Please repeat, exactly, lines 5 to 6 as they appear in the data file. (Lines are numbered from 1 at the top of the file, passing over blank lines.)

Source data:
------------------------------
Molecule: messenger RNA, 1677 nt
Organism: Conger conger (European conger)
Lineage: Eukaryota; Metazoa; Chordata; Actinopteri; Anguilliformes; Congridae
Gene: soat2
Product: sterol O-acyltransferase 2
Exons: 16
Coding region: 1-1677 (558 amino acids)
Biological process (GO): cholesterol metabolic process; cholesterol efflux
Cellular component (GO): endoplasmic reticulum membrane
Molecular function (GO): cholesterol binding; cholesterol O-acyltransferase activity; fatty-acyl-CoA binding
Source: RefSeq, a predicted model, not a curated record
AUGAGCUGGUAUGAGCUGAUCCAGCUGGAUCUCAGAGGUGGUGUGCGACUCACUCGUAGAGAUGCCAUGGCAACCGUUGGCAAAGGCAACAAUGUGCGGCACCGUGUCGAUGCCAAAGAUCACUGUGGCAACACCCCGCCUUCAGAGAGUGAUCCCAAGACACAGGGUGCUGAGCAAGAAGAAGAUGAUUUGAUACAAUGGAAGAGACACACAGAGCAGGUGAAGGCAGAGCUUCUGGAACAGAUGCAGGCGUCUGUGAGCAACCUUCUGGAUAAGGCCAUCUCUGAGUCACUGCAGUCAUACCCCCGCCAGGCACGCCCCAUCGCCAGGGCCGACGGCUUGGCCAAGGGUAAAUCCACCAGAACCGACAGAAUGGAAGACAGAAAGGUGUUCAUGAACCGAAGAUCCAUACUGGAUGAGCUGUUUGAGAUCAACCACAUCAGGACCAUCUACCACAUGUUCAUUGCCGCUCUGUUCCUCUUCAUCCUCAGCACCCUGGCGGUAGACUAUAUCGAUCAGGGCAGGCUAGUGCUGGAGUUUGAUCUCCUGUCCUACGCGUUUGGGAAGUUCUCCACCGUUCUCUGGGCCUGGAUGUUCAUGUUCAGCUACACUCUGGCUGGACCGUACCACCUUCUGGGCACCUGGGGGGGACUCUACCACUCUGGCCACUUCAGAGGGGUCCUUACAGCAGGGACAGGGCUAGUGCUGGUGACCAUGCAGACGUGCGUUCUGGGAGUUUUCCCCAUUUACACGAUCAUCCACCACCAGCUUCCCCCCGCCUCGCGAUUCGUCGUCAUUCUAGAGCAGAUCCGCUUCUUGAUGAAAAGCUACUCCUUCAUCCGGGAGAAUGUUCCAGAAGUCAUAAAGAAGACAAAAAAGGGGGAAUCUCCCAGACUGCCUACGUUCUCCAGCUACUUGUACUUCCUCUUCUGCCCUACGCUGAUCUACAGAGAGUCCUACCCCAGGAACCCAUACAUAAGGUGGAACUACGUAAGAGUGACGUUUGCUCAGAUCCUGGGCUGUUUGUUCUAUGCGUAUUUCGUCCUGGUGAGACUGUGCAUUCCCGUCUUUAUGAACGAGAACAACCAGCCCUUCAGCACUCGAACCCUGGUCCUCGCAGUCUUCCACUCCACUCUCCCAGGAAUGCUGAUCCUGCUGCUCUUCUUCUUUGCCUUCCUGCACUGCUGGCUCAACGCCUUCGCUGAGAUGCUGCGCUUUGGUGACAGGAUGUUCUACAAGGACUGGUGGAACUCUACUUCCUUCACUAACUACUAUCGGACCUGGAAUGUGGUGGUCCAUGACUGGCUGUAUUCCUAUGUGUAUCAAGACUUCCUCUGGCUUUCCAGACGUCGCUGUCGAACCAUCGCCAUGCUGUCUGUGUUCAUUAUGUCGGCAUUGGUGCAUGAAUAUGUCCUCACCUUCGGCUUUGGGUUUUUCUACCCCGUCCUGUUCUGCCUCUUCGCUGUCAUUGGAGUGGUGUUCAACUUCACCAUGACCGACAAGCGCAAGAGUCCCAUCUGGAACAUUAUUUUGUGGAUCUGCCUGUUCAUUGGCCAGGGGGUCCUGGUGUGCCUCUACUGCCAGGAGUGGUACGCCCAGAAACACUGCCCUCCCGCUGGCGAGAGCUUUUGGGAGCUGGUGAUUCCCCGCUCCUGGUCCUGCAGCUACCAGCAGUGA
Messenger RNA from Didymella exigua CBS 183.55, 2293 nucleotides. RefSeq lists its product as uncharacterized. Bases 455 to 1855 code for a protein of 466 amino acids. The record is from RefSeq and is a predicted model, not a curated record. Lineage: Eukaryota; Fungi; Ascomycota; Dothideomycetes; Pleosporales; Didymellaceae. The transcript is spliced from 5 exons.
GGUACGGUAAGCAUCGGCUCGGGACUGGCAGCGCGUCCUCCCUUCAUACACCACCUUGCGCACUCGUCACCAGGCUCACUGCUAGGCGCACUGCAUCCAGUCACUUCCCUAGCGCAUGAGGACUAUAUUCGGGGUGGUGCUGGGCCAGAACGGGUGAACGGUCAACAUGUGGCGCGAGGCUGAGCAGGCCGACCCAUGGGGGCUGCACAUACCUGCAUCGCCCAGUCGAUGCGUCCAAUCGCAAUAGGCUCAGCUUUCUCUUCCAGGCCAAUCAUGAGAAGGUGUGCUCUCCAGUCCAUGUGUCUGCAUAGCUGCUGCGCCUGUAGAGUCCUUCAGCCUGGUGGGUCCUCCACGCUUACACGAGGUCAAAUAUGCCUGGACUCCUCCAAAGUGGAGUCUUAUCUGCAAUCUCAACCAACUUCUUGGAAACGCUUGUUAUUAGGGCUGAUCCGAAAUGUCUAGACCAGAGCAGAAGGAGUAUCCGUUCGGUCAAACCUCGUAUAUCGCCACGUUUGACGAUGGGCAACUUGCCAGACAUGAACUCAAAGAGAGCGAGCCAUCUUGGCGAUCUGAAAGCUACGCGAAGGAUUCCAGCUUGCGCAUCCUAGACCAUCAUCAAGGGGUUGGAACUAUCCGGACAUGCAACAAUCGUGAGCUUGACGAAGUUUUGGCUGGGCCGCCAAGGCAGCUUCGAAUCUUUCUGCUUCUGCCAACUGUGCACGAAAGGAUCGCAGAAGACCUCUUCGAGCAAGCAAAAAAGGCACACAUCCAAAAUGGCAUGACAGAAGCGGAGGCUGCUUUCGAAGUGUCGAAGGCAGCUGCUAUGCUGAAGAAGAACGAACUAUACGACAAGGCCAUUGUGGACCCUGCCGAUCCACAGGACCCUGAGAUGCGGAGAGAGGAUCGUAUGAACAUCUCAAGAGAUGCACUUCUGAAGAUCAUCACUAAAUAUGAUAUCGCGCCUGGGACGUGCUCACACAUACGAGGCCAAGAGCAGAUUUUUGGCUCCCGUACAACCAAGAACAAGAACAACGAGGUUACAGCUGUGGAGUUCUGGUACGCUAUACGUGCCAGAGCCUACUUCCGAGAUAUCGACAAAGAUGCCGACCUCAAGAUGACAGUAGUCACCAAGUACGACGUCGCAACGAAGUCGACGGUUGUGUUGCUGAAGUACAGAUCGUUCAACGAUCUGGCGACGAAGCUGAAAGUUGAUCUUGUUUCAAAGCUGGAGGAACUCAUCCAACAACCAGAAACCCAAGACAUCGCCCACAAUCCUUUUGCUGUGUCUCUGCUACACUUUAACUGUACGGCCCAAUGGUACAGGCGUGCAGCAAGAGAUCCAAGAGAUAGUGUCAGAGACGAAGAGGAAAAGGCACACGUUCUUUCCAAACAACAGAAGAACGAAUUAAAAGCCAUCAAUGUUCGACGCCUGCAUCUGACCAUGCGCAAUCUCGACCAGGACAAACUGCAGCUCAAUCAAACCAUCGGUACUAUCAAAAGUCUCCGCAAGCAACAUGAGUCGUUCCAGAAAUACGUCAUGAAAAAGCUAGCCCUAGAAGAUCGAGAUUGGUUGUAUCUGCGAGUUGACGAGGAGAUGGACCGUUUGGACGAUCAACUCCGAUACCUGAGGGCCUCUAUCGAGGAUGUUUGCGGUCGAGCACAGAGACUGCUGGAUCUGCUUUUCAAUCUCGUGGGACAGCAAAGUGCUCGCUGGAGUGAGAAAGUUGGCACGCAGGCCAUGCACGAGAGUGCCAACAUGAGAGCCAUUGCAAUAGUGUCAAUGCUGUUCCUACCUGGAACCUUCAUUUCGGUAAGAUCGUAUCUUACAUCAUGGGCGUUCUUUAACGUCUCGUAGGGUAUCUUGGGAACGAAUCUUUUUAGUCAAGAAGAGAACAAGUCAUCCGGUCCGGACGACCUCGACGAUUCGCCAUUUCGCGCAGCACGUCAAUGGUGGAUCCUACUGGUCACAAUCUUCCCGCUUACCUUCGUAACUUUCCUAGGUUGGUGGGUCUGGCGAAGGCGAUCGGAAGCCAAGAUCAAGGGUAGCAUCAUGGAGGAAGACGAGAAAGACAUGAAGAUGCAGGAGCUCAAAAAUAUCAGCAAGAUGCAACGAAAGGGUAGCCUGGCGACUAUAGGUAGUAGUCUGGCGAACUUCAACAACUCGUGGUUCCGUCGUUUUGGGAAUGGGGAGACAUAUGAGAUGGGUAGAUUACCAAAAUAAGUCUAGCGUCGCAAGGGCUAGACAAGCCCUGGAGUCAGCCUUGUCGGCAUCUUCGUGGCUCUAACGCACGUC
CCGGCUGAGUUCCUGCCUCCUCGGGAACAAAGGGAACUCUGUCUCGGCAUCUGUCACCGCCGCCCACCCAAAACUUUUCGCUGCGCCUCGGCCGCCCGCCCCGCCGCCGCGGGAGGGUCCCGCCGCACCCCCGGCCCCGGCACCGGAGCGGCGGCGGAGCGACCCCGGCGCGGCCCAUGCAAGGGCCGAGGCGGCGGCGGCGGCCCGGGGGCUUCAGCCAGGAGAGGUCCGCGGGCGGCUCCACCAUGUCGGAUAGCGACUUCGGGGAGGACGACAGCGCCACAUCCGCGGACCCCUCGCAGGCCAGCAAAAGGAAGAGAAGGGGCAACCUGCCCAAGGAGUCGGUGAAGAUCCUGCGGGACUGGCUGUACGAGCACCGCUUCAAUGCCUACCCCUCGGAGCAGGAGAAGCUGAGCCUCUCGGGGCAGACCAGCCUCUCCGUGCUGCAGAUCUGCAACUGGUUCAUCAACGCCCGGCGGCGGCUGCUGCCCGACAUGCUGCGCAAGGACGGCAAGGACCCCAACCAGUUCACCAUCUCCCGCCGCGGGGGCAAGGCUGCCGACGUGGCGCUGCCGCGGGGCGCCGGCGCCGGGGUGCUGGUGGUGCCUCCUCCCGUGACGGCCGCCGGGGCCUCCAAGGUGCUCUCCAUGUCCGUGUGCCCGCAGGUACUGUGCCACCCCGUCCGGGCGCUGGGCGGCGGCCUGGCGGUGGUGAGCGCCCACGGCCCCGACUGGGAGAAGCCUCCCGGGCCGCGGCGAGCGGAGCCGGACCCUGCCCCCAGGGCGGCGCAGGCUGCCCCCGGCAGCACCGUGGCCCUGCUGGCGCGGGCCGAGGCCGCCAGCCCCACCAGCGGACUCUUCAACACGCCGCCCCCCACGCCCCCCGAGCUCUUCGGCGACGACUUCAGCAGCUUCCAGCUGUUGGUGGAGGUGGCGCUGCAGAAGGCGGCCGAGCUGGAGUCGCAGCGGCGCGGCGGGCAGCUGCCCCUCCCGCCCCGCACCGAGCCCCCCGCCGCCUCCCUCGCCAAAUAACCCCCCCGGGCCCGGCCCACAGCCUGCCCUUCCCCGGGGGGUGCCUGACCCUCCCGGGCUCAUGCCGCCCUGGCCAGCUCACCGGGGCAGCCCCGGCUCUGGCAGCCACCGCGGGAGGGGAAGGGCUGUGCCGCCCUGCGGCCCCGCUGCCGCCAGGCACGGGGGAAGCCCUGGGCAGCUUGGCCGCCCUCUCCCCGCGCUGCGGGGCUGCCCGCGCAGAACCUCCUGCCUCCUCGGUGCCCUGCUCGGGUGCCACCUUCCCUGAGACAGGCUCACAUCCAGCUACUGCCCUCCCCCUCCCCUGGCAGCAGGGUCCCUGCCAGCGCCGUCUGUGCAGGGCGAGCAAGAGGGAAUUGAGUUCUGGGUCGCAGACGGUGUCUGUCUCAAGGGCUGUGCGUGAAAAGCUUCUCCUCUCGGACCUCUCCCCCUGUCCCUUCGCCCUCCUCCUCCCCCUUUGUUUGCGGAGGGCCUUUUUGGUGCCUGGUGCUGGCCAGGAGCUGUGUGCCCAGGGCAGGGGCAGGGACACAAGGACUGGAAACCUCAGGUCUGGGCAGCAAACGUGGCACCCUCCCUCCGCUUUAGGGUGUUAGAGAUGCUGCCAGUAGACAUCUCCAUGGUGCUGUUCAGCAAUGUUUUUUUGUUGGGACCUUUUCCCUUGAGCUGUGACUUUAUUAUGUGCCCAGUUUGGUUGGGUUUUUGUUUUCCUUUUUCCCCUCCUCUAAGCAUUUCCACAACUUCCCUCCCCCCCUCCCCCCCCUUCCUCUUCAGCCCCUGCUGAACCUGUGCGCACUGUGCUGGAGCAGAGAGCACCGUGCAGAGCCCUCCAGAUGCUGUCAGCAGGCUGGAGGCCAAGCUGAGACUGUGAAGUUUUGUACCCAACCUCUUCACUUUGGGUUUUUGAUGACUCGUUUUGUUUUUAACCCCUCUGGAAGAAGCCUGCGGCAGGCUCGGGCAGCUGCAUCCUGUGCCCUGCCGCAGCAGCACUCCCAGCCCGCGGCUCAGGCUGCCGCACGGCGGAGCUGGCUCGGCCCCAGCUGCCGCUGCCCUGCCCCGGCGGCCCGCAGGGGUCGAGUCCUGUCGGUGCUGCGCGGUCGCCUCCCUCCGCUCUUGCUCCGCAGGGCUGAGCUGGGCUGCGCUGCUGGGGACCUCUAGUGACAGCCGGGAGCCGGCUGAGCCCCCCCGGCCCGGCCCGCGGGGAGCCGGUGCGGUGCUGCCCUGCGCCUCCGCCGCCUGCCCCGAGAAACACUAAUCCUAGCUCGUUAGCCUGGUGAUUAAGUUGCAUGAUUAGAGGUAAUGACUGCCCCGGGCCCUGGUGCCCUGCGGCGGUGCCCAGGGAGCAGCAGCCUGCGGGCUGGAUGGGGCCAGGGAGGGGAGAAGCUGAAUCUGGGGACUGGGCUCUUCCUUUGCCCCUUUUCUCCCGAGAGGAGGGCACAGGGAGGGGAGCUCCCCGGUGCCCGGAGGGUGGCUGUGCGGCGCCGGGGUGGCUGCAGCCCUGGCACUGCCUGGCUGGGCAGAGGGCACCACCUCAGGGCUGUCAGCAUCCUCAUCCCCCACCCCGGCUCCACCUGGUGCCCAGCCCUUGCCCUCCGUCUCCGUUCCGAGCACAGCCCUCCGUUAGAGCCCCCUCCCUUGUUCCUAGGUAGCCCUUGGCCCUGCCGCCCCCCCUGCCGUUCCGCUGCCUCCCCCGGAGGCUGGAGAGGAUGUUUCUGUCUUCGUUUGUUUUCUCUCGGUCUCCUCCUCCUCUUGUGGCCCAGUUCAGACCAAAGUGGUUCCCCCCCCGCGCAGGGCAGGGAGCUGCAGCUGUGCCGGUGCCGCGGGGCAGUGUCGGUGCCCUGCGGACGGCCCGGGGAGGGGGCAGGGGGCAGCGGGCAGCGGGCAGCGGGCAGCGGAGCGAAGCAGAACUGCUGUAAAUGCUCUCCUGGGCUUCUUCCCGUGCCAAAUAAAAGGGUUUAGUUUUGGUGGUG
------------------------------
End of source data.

Product: sterol O-acyltransferase 2
Exons: 16